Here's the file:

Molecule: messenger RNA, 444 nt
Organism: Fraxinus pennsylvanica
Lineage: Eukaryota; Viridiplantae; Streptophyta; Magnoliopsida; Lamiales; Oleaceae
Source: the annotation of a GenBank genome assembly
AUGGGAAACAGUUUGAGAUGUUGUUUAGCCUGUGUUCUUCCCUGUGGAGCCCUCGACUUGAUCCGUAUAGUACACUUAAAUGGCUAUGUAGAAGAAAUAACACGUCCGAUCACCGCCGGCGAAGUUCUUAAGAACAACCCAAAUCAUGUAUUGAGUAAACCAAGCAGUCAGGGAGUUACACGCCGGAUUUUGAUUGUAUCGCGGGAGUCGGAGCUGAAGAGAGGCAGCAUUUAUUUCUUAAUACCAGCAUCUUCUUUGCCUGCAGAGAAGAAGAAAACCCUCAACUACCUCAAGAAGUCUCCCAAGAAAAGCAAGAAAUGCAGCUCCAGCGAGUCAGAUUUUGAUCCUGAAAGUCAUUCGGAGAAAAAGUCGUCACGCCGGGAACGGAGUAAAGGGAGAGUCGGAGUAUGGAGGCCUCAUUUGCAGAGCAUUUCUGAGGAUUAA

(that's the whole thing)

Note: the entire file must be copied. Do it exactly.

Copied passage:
Molecule: messenger RNA, 444 nt
Organism: Fraxinus pennsylvanica
Lineage: Eukaryota; Viridiplantae; Streptophyta; Magnoliopsida; Lamiales; Oleaceae
Source: the annotation of a GenBank genome assembly
AUGGGAAACAGUUUGAGAUGUUGUUUAGCCUGUGUUCUUCCCUGUGGAGCCCUCGACUUGAUCCGUAUAGUACACUUAAAUGGCUAUGUAGAAGAAAUAACACGUCCGAUCACCGCCGGCGAAGUUCUUAAGAACAACCCAAAUCAUGUAUUGAGUAAACCAAGCAGUCAGGGAGUUACACGCCGGAUUUUGAUUGUAUCGCGGGAGUCGGAGCUGAAGAGAGGCAGCAUUUAUUUCUUAAUACCAGCAUCUUCUUUGCCUGCAGAGAAGAAGAAAACCCUCAACUACCUCAAGAAGUCUCCCAAGAAAAGCAAGAAAUGCAGCUCCAGCGAGUCAGAUUUUGAUCCUGAAAGUCAUUCGGAGAAAAAGUCGUCACGCCGGGAACGGAGUAAAGGGAGAGUCGGAGUAUGGAGGCCUCAUUUGCAGAGCAUUUCUGAGGAUUAA